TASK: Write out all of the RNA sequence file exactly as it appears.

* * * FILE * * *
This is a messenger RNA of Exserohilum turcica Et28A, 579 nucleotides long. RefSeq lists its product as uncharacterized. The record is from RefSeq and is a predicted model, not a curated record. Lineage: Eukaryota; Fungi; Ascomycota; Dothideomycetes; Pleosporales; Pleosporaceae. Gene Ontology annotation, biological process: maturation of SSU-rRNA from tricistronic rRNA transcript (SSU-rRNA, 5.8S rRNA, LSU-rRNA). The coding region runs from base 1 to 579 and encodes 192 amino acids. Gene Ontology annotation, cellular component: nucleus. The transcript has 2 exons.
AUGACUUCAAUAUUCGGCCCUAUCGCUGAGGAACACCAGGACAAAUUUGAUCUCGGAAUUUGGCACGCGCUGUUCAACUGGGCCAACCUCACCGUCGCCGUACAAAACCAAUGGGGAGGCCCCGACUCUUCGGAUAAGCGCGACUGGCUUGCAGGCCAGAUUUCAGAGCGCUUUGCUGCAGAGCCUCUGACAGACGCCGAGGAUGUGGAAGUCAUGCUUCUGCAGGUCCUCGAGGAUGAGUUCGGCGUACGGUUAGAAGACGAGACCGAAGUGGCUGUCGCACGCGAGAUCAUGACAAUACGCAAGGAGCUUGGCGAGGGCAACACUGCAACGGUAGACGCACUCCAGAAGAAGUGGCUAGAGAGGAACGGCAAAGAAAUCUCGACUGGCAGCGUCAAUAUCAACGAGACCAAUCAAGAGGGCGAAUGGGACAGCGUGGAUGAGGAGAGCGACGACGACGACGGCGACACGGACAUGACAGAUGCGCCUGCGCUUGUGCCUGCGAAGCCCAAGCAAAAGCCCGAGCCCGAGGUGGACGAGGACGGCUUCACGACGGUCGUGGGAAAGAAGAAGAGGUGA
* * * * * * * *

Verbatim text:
This is a messenger RNA of Exserohilum turcica Et28A, 579 nucleotides long. RefSeq lists its product as uncharacterized. The record is from RefSeq and is a predicted model, not a curated record. Lineage: Eukaryota; Fungi; Ascomycota; Dothideomycetes; Pleosporales; Pleosporaceae. Gene Ontology annotation, biological process: maturation of SSU-rRNA from tricistronic rRNA transcript (SSU-rRNA, 5.8S rRNA, LSU-rRNA). The coding region runs from base 1 to 579 and encodes 192 amino acids. Gene Ontology annotation, cellular component: nucleus. The transcript has 2 exons.
AUGACUUCAAUAUUCGGCCCUAUCGCUGAGGAACACCAGGACAAAUUUGAUCUCGGAAUUUGGCACGCGCUGUUCAACUGGGCCAACCUCACCGUCGCCGUACAAAACCAAUGGGGAGGCCCCGACUCUUCGGAUAAGCGCGACUGGCUUGCAGGCCAGAUUUCAGAGCGCUUUGCUGCAGAGCCUCUGACAGACGCCGAGGAUGUGGAAGUCAUGCUUCUGCAGGUCCUCGAGGAUGAGUUCGGCGUACGGUUAGAAGACGAGACCGAAGUGGCUGUCGCACGCGAGAUCAUGACAAUACGCAAGGAGCUUGGCGAGGGCAACACUGCAACGGUAGACGCACUCCAGAAGAAGUGGCUAGAGAGGAACGGCAAAGAAAUCUCGACUGGCAGCGUCAAUAUCAACGAGACCAAUCAAGAGGGCGAAUGGGACAGCGUGGAUGAGGAGAGCGACGACGACGACGGCGACACGGACAUGACAGAUGCGCCUGCGCUUGUGCCUGCGAAGCCCAAGCAAAAGCCCGAGCCCGAGGUGGACGAGGACGGCUUCACGACGGUCGUGGGAAAGAAGAAGAGGUGA